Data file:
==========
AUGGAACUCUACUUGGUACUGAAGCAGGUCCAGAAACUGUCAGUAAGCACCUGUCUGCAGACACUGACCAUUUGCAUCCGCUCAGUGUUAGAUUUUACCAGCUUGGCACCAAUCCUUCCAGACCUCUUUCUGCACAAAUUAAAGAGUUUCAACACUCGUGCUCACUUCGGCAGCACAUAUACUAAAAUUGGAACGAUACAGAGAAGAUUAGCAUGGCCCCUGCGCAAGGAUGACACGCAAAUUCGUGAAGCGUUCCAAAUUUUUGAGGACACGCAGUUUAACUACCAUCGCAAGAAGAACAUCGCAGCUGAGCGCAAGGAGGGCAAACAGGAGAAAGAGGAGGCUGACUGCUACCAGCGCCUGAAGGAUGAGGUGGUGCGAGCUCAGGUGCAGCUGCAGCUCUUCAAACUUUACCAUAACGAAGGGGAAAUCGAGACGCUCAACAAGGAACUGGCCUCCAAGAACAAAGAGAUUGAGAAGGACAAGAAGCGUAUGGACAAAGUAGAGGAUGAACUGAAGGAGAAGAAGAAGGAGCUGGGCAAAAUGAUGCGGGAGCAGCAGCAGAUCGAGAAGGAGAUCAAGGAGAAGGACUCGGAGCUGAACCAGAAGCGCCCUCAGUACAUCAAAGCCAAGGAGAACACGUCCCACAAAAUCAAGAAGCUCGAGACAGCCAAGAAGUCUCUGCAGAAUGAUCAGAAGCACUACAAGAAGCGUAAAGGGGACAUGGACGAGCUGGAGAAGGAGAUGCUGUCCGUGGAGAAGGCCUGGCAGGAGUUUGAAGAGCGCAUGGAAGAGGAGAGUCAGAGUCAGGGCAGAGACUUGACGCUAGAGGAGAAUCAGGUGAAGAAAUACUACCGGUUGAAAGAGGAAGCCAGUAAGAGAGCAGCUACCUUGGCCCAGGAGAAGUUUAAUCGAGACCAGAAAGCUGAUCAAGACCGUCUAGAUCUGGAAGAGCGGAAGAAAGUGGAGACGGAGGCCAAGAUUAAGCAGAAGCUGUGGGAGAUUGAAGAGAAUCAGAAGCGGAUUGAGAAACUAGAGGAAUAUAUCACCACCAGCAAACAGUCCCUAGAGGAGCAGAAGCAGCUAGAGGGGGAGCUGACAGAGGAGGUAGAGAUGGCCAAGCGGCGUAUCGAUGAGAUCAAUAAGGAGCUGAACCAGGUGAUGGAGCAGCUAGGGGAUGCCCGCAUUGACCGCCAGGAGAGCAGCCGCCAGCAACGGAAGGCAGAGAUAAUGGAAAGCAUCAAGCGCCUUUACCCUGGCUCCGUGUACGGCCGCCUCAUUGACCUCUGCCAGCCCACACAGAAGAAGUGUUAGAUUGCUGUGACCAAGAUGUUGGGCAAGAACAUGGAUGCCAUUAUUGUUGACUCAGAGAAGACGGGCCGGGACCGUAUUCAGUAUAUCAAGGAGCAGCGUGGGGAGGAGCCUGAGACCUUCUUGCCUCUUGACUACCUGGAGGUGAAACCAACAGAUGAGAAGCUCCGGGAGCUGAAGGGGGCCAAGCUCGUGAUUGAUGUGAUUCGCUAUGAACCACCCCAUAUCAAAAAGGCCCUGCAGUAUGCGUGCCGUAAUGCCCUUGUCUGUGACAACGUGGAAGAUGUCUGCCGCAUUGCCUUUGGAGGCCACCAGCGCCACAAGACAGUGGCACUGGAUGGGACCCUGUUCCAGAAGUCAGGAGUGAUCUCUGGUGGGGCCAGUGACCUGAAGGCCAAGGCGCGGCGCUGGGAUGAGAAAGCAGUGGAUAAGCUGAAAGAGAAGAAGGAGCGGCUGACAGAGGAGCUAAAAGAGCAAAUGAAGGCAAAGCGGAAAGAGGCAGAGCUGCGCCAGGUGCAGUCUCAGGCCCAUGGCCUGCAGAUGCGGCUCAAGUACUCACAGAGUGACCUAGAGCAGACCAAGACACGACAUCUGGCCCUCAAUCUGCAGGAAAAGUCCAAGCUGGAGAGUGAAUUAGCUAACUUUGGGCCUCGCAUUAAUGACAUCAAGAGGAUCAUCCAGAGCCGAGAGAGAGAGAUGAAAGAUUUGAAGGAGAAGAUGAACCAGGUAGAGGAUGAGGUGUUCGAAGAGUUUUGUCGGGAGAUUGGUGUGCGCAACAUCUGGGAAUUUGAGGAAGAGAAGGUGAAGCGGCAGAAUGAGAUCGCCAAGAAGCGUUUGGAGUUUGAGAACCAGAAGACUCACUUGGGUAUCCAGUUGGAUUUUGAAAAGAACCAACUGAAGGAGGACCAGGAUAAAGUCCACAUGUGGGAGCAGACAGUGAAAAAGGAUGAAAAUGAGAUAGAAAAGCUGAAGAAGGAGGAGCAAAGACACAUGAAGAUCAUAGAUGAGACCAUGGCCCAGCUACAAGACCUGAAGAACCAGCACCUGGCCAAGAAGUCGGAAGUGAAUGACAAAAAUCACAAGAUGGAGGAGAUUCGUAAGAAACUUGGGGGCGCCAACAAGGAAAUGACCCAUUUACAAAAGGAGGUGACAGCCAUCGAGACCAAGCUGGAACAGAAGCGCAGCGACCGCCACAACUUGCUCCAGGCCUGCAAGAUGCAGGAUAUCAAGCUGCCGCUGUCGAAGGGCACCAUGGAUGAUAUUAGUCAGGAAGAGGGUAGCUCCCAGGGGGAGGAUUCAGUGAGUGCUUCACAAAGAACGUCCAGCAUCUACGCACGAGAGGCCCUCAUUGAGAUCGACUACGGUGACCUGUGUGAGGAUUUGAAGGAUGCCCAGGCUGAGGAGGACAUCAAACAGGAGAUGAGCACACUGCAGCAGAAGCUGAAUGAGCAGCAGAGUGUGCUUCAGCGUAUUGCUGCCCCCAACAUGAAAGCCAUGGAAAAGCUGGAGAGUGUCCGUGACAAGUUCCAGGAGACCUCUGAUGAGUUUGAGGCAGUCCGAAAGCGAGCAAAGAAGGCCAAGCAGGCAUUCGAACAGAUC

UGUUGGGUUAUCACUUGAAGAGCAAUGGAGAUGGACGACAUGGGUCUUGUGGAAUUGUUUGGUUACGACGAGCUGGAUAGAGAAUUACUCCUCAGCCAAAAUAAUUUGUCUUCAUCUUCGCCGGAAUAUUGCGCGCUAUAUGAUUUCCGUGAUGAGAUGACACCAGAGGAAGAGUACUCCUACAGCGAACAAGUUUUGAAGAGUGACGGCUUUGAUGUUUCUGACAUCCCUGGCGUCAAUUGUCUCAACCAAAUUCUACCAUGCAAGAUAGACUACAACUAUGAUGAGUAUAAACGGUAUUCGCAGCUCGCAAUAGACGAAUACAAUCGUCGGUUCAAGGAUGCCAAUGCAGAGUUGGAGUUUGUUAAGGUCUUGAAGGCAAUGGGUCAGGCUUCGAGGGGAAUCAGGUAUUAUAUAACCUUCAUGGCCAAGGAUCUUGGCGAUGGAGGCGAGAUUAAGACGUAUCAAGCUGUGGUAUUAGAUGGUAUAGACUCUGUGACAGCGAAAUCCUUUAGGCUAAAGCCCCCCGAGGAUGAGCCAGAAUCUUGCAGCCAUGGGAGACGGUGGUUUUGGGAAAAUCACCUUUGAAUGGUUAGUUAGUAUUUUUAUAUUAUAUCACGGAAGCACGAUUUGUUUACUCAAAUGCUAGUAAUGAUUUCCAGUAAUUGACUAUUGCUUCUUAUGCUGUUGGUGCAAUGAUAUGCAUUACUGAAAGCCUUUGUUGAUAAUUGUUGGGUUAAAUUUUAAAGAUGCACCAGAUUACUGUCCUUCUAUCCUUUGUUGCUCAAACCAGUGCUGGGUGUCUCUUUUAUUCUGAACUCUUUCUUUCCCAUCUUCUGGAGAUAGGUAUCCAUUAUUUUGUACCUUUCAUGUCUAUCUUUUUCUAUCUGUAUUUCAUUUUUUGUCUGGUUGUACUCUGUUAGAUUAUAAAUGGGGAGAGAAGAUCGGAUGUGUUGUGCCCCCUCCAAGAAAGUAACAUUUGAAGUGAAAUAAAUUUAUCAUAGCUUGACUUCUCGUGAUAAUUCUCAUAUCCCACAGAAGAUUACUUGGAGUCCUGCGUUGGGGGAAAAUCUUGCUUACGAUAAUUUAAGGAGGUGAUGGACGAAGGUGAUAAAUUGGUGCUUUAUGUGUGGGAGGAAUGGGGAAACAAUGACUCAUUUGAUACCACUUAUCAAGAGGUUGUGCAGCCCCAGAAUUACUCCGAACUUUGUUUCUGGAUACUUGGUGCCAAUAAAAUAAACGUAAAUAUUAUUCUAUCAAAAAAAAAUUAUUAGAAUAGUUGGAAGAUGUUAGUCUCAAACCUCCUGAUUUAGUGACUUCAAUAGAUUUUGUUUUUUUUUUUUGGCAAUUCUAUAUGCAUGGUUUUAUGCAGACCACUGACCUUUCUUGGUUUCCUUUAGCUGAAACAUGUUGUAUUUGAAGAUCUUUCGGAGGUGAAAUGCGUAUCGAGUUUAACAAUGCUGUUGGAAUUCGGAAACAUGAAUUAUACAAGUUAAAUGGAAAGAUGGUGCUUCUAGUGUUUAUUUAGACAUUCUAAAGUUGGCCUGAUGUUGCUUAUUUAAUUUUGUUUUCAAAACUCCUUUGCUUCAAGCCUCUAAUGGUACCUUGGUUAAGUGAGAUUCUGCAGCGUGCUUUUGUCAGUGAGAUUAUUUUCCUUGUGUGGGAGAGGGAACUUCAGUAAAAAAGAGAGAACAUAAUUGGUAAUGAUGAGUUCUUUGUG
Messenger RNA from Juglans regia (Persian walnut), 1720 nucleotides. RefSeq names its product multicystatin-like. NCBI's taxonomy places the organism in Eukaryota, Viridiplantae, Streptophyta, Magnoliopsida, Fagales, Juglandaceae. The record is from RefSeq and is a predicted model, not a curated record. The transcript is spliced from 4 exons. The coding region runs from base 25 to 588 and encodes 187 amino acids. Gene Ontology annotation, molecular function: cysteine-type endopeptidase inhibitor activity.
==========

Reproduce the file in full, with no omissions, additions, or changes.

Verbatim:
AUGGAACUCUACUUGGUACUGAAGCAGGUCCAGAAACUGUCAGUAAGCACCUGUCUGCAGACACUGACCAUUUGCAUCCGCUCAGUGUUAGAUUUUACCAGCUUGGCACCAAUCCUUCCAGACCUCUUUCUGCACAAAUUAAAGAGUUUCAACACUCGUGCUCACUUCGGCAGCACAUAUACUAAAAUUGGAACGAUACAGAGAAGAUUAGCAUGGCCCCUGCGCAAGGAUGACACGCAAAUUCGUGAAGCGUUCCAAAUUUUUGAGGACACGCAGUUUAACUACCAUCGCAAGAAGAACAUCGCAGCUGAGCGCAAGGAGGGCAAACAGGAGAAAGAGGAGGCUGACUGCUACCAGCGCCUGAAGGAUGAGGUGGUGCGAGCUCAGGUGCAGCUGCAGCUCUUCAAACUUUACCAUAACGAAGGGGAAAUCGAGACGCUCAACAAGGAACUGGCCUCCAAGAACAAAGAGAUUGAGAAGGACAAGAAGCGUAUGGACAAAGUAGAGGAUGAACUGAAGGAGAAGAAGAAGGAGCUGGGCAAAAUGAUGCGGGAGCAGCAGCAGAUCGAGAAGGAGAUCAAGGAGAAGGACUCGGAGCUGAACCAGAAGCGCCCUCAGUACAUCAAAGCCAAGGAGAACACGUCCCACAAAAUCAAGAAGCUCGAGACAGCCAAGAAGUCUCUGCAGAAUGAUCAGAAGCACUACAAGAAGCGUAAAGGGGACAUGGACGAGCUGGAGAAGGAGAUGCUGUCCGUGGAGAAGGCCUGGCAGGAGUUUGAAGAGCGCAUGGAAGAGGAGAGUCAGAGUCAGGGCAGAGACUUGACGCUAGAGGAGAAUCAGGUGAAGAAAUACUACCGGUUGAAAGAGGAAGCCAGUAAGAGAGCAGCUACCUUGGCCCAGGAGAAGUUUAAUCGAGACCAGAAAGCUGAUCAAGACCGUCUAGAUCUGGAAGAGCGGAAGAAAGUGGAGACGGAGGCCAAGAUUAAGCAGAAGCUGUGGGAGAUUGAAGAGAAUCAGAAGCGGAUUGAGAAACUAGAGGAAUAUAUCACCACCAGCAAACAGUCCCUAGAGGAGCAGAAGCAGCUAGAGGGGGAGCUGACAGAGGAGGUAGAGAUGGCCAAGCGGCGUAUCGAUGAGAUCAAUAAGGAGCUGAACCAGGUGAUGGAGCAGCUAGGGGAUGCCCGCAUUGACCGCCAGGAGAGCAGCCGCCAGCAACGGAAGGCAGAGAUAAUGGAAAGCAUCAAGCGCCUUUACCCUGGCUCCGUGUACGGCCGCCUCAUUGACCUCUGCCAGCCCACACAGAAGAAGUGUUAGAUUGCUGUGACCAAGAUGUUGGGCAAGAACAUGGAUGCCAUUAUUGUUGACUCAGAGAAGACGGGCCGGGACCGUAUUCAGUAUAUCAAGGAGCAGCGUGGGGAGGAGCCUGAGACCUUCUUGCCUCUUGACUACCUGGAGGUGAAACCAACAGAUGAGAAGCUCCGGGAGCUGAAGGGGGCCAAGCUCGUGAUUGAUGUGAUUCGCUAUGAACCACCCCAUAUCAAAAAGGCCCUGCAGUAUGCGUGCCGUAAUGCCCUUGUCUGUGACAACGUGGAAGAUGUCUGCCGCAUUGCCUUUGGAGGCCACCAGCGCCACAAGACAGUGGCACUGGAUGGGACCCUGUUCCAGAAGUCAGGAGUGAUCUCUGGUGGGGCCAGUGACCUGAAGGCCAAGGCGCGGCGCUGGGAUGAGAAAGCAGUGGAUAAGCUGAAAGAGAAGAAGGAGCGGCUGACAGAGGAGCUAAAAGAGCAAAUGAAGGCAAAGCGGAAAGAGGCAGAGCUGCGCCAGGUGCAGUCUCAGGCCCAUGGCCUGCAGAUGCGGCUCAAGUACUCACAGAGUGACCUAGAGCAGACCAAGACACGACAUCUGGCCCUCAAUCUGCAGGAAAAGUCCAAGCUGGAGAGUGAAUUAGCUAACUUUGGGCCUCGCAUUAAUGACAUCAAGAGGAUCAUCCAGAGCCGAGAGAGAGAGAUGAAAGAUUUGAAGGAGAAGAUGAACCAGGUAGAGGAUGAGGUGUUCGAAGAGUUUUGUCGGGAGAUUGGUGUGCGCAACAUCUGGGAAUUUGAGGAAGAGAAGGUGAAGCGGCAGAAUGAGAUCGCCAAGAAGCGUUUGGAGUUUGAGAACCAGAAGACUCACUUGGGUAUCCAGUUGGAUUUUGAAAAGAACCAACUGAAGGAGGACCAGGAUAAAGUCCACAUGUGGGAGCAGACAGUGAAAAAGGAUGAAAAUGAGAUAGAAAAGCUGAAGAAGGAGGAGCAAAGACACAUGAAGAUCAUAGAUGAGACCAUGGCCCAGCUACAAGACCUGAAGAACCAGCACCUGGCCAAGAAGUCGGAAGUGAAUGACAAAAAUCACAAGAUGGAGGAGAUUCGUAAGAAACUUGGGGGCGCCAACAAGGAAAUGACCCAUUUACAAAAGGAGGUGACAGCCAUCGAGACCAAGCUGGAACAGAAGCGCAGCGACCGCCACAACUUGCUCCAGGCCUGCAAGAUGCAGGAUAUCAAGCUGCCGCUGUCGAAGGGCACCAUGGAUGAUAUUAGUCAGGAAGAGGGUAGCUCCCAGGGGGAGGAUUCAGUGAGUGCUUCACAAAGAACGUCCAGCAUCUACGCACGAGAGGCCCUCAUUGAGAUCGACUACGGUGACCUGUGUGAGGAUUUGAAGGAUGCCCAGGCUGAGGAGGACAUCAAACAGGAGAUGAGCACACUGCAGCAGAAGCUGAAUGAGCAGCAGAGUGUGCUUCAGCGUAUUGCUGCCCCCAACAUGAAAGCCAUGGAAAAGCUGGAGAGUGUCCGUGACAAGUUCCAGGAGACCUCUGAUGAGUUUGAGGCAGUCCGAAAGCGAGCAAAGAAGGCCAAGCAGGCAUUCGAACAGAUC

UGUUGGGUUAUCACUUGAAGAGCAAUGGAGAUGGACGACAUGGGUCUUGUGGAAUUGUUUGGUUACGACGAGCUGGAUAGAGAAUUACUCCUCAGCCAAAAUAAUUUGUCUUCAUCUUCGCCGGAAUAUUGCGCGCUAUAUGAUUUCCGUGAUGAGAUGACACCAGAGGAAGAGUACUCCUACAGCGAACAAGUUUUGAAGAGUGACGGCUUUGAUGUUUCUGACAUCCCUGGCGUCAAUUGUCUCAACCAAAUUCUACCAUGCAAGAUAGACUACAACUAUGAUGAGUAUAAACGGUAUUCGCAGCUCGCAAUAGACGAAUACAAUCGUCGGUUCAAGGAUGCCAAUGCAGAGUUGGAGUUUGUUAAGGUCUUGAAGGCAAUGGGUCAGGCUUCGAGGGGAAUCAGGUAUUAUAUAACCUUCAUGGCCAAGGAUCUUGGCGAUGGAGGCGAGAUUAAGACGUAUCAAGCUGUGGUAUUAGAUGGUAUAGACUCUGUGACAGCGAAAUCCUUUAGGCUAAAGCCCCCCGAGGAUGAGCCAGAAUCUUGCAGCCAUGGGAGACGGUGGUUUUGGGAAAAUCACCUUUGAAUGGUUAGUUAGUAUUUUUAUAUUAUAUCACGGAAGCACGAUUUGUUUACUCAAAUGCUAGUAAUGAUUUCCAGUAAUUGACUAUUGCUUCUUAUGCUGUUGGUGCAAUGAUAUGCAUUACUGAAAGCCUUUGUUGAUAAUUGUUGGGUUAAAUUUUAAAGAUGCACCAGAUUACUGUCCUUCUAUCCUUUGUUGCUCAAACCAGUGCUGGGUGUCUCUUUUAUUCUGAACUCUUUCUUUCCCAUCUUCUGGAGAUAGGUAUCCAUUAUUUUGUACCUUUCAUGUCUAUCUUUUUCUAUCUGUAUUUCAUUUUUUGUCUGGUUGUACUCUGUUAGAUUAUAAAUGGGGAGAGAAGAUCGGAUGUGUUGUGCCCCCUCCAAGAAAGUAACAUUUGAAGUGAAAUAAAUUUAUCAUAGCUUGACUUCUCGUGAUAAUUCUCAUAUCCCACAGAAGAUUACUUGGAGUCCUGCGUUGGGGGAAAAUCUUGCUUACGAUAAUUUAAGGAGGUGAUGGACGAAGGUGAUAAAUUGGUGCUUUAUGUGUGGGAGGAAUGGGGAAACAAUGACUCAUUUGAUACCACUUAUCAAGAGGUUGUGCAGCCCCAGAAUUACUCCGAACUUUGUUUCUGGAUACUUGGUGCCAAUAAAAUAAACGUAAAUAUUAUUCUAUCAAAAAAAAAUUAUUAGAAUAGUUGGAAGAUGUUAGUCUCAAACCUCCUGAUUUAGUGACUUCAAUAGAUUUUGUUUUUUUUUUUUGGCAAUUCUAUAUGCAUGGUUUUAUGCAGACCACUGACCUUUCUUGGUUUCCUUUAGCUGAAACAUGUUGUAUUUGAAGAUCUUUCGGAGGUGAAAUGCGUAUCGAGUUUAACAAUGCUGUUGGAAUUCGGAAACAUGAAUUAUACAAGUUAAAUGGAAAGAUGGUGCUUCUAGUGUUUAUUUAGACAUUCUAAAGUUGGCCUGAUGUUGCUUAUUUAAUUUUGUUUUCAAAACUCCUUUGCUUCAAGCCUCUAAUGGUACCUUGGUUAAGUGAGAUUCUGCAGCGUGCUUUUGUCAGUGAGAUUAUUUUCCUUGUGUGGGAGAGGGAACUUCAGUAAAAAAGAGAGAACAUAAUUGGUAAUGAUGAGUUCUUUGUG
Messenger RNA from Juglans regia (Persian walnut), 1720 nucleotides. RefSeq names its product multicystatin-like. NCBI's taxonomy places the organism in Eukaryota, Viridiplantae, Streptophyta, Magnoliopsida, Fagales, Juglandaceae. The record is from RefSeq and is a predicted model, not a curated record. The transcript is spliced from 4 exons. The coding region runs from base 25 to 588 and encodes 187 amino acids. Gene Ontology annotation, molecular function: cysteine-type endopeptidase inhibitor activity.